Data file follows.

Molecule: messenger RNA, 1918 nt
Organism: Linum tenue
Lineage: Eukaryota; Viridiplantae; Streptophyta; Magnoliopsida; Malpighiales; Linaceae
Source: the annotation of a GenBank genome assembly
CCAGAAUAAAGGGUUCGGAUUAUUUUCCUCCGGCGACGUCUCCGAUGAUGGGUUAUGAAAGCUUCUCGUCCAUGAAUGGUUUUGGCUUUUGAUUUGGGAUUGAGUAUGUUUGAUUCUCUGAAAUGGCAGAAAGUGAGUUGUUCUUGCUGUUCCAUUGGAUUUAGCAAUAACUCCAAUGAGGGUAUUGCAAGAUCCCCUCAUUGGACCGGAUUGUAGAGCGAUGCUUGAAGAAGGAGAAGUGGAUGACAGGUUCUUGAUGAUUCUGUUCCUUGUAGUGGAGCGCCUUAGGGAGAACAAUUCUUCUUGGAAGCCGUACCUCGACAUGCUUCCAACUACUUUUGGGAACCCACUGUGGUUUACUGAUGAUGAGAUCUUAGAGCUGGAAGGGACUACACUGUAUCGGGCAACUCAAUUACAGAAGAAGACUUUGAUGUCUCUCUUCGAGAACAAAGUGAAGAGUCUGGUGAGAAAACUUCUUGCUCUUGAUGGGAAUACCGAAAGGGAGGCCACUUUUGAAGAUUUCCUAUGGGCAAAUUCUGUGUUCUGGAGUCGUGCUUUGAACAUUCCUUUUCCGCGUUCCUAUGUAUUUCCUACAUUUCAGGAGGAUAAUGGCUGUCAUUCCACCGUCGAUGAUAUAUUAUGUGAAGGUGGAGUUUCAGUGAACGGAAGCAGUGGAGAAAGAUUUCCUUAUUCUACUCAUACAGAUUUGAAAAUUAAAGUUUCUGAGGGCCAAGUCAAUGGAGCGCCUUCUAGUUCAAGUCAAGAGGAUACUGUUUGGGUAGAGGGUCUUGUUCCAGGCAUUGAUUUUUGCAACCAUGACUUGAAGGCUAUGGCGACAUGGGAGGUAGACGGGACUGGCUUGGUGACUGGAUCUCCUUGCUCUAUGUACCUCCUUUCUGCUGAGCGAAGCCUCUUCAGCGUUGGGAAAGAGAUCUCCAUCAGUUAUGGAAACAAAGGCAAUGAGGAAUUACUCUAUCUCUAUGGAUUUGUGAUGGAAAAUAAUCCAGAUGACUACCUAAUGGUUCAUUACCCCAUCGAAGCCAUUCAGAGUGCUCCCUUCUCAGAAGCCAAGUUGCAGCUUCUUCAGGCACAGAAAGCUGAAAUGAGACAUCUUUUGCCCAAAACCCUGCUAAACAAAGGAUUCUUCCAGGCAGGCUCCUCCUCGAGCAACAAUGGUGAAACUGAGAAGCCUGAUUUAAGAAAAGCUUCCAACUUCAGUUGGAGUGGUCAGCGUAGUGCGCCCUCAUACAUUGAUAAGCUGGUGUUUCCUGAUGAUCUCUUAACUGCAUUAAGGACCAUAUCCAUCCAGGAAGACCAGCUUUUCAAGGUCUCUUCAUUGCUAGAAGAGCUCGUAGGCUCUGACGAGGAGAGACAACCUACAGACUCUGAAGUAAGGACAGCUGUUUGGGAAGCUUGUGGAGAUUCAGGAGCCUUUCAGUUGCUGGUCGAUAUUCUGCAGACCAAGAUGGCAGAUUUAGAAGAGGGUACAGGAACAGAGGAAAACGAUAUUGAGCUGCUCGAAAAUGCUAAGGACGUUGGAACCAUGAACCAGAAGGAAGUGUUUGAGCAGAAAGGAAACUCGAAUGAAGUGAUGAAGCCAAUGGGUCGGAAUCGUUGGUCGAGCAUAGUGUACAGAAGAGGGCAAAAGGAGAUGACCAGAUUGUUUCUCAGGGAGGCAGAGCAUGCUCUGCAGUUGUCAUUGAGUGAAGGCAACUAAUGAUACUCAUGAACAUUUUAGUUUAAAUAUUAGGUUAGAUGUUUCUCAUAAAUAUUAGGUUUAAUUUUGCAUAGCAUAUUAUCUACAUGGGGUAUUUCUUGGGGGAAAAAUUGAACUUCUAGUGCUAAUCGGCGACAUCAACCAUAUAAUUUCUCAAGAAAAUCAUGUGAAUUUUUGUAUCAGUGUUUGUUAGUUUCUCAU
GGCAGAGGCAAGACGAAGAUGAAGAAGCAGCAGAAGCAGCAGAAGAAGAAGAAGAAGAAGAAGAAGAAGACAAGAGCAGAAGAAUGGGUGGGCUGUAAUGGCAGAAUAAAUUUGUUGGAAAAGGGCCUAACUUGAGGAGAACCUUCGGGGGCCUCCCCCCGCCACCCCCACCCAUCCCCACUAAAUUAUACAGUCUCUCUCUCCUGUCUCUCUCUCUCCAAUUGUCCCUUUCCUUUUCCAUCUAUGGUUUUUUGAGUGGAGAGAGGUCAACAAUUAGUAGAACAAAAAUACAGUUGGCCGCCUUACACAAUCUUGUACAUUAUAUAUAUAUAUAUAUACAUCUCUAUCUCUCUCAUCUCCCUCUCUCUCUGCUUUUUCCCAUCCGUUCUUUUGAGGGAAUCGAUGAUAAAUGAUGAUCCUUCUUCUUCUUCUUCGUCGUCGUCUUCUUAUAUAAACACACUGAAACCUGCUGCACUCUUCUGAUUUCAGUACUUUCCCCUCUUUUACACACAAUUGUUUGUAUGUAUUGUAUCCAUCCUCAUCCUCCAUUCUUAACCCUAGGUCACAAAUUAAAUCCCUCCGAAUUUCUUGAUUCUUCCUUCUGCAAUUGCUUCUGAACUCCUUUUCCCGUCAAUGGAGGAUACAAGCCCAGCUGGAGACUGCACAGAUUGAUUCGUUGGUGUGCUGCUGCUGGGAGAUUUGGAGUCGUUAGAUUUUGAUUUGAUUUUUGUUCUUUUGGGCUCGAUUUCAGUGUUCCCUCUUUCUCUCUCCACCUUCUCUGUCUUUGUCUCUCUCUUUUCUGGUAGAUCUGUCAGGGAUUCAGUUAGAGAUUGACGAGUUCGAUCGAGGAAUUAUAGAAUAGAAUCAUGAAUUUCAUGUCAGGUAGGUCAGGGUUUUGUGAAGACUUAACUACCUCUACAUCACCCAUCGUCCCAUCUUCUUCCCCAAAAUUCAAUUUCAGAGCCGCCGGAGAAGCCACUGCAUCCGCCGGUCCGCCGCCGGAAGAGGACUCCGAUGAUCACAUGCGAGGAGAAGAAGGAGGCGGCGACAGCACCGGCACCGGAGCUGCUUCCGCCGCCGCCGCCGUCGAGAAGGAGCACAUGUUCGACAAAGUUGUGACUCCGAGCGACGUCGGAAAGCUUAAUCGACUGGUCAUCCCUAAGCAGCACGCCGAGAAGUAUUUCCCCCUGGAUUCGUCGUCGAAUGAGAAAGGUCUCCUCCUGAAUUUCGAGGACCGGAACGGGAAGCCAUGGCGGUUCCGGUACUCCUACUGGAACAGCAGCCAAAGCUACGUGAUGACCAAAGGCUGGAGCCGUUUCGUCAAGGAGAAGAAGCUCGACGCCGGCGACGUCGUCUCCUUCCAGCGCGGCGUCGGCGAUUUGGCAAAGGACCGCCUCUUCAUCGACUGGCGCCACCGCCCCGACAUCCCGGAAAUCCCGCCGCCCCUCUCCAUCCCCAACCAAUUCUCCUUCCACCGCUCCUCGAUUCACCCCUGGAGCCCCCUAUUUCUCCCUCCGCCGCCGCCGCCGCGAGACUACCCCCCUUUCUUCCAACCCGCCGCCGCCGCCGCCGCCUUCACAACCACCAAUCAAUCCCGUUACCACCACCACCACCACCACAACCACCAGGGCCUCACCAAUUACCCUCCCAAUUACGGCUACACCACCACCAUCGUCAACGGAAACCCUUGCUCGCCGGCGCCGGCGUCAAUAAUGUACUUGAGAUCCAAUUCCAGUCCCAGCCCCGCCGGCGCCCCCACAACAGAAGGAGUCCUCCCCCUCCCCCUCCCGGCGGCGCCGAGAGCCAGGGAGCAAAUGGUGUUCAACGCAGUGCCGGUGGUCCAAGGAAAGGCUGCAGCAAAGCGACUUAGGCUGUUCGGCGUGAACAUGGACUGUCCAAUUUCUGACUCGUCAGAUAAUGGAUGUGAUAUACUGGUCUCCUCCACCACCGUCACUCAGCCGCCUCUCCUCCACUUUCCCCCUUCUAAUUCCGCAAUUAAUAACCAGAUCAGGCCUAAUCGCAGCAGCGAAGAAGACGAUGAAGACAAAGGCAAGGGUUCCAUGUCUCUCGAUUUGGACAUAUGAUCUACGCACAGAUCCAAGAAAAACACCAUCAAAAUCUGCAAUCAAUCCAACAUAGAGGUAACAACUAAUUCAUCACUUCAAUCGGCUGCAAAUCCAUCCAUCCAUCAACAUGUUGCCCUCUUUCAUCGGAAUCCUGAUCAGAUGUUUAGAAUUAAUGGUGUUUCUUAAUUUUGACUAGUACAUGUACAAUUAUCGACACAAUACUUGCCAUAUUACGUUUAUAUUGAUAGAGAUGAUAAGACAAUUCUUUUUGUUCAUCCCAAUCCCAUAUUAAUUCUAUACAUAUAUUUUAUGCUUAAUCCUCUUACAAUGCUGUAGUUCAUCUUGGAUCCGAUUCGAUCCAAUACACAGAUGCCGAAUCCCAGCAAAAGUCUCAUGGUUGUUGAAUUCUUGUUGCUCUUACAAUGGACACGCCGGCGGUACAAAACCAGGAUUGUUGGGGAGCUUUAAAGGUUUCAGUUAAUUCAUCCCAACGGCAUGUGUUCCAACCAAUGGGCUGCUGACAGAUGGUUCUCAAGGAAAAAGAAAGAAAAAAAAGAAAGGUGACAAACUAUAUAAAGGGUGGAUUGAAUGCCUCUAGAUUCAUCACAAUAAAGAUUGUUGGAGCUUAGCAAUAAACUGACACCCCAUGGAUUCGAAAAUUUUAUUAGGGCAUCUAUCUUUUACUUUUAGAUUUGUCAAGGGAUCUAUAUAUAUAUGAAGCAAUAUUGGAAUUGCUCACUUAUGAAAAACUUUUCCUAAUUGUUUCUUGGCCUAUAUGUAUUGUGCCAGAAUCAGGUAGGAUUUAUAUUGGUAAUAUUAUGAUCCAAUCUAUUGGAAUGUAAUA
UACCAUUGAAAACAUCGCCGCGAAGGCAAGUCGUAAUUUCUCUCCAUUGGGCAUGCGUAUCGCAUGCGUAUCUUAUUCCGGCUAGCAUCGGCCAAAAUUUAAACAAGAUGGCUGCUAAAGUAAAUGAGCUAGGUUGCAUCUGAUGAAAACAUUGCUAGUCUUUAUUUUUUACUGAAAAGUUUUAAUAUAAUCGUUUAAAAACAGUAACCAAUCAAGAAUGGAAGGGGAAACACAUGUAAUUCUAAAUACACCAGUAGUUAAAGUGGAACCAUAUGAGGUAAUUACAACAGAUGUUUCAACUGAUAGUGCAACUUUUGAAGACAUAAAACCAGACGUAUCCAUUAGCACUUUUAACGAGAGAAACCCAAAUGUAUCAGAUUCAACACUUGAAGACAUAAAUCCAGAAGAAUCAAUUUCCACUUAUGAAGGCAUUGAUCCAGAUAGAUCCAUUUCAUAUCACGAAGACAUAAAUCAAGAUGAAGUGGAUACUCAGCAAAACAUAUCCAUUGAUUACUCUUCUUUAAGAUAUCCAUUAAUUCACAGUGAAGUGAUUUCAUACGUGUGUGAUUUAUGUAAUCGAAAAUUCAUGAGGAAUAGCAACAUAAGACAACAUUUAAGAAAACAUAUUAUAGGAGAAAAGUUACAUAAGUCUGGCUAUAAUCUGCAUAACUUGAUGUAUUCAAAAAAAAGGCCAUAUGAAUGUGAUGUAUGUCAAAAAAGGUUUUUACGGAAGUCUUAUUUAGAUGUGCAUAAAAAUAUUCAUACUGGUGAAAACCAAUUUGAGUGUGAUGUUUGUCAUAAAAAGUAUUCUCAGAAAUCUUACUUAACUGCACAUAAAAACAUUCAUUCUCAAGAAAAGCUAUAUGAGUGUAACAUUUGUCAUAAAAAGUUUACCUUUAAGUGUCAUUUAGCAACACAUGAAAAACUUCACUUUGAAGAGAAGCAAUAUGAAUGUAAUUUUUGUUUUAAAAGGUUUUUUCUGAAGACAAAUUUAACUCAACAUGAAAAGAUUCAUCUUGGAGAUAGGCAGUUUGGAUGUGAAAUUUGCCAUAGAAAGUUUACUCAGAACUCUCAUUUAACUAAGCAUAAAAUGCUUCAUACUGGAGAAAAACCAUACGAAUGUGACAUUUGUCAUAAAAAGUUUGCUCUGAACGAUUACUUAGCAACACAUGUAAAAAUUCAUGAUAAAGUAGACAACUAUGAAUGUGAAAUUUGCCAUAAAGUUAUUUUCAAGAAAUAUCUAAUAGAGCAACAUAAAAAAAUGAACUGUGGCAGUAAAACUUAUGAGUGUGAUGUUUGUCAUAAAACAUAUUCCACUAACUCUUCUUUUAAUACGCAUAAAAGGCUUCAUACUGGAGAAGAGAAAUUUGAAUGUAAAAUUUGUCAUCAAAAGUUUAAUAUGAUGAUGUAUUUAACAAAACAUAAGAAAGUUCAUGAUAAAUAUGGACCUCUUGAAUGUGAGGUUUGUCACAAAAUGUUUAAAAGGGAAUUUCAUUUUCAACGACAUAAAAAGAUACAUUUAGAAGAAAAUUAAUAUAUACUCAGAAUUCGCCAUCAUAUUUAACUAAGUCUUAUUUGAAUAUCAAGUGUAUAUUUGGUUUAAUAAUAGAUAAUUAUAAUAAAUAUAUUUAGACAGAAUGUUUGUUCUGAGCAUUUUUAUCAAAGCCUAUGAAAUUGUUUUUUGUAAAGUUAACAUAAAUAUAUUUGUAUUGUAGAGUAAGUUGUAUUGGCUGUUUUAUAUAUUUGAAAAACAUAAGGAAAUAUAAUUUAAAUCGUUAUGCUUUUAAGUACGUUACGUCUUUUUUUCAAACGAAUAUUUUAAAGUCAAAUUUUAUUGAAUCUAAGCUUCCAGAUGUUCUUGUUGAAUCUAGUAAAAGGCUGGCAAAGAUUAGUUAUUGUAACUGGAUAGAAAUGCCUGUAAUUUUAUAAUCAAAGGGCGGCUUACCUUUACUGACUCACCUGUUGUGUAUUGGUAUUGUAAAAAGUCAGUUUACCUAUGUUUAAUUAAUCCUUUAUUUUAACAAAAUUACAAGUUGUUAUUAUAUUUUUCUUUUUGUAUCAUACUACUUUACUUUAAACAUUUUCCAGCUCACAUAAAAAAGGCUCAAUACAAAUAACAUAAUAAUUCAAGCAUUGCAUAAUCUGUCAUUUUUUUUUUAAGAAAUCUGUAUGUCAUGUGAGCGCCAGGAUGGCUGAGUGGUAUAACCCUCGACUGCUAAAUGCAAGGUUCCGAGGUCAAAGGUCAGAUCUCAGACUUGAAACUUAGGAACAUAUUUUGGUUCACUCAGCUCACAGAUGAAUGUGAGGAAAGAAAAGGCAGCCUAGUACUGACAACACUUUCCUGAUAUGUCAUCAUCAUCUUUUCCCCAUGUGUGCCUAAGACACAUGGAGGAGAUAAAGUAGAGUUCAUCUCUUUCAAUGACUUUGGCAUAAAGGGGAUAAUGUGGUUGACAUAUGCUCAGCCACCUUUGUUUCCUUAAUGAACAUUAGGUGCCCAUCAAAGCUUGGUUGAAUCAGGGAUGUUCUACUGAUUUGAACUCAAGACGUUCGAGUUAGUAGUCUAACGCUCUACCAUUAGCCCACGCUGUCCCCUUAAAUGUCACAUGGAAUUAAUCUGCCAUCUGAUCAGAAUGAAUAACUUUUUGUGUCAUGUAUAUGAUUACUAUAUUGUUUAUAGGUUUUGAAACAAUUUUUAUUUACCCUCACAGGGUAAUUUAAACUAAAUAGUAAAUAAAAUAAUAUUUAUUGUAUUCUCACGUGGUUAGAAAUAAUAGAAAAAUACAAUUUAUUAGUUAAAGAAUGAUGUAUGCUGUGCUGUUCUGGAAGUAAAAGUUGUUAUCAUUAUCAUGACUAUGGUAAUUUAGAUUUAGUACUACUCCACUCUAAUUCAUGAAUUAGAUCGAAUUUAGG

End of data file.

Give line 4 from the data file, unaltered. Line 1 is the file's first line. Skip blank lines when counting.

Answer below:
Source: the annotation of a GenBank genome assembly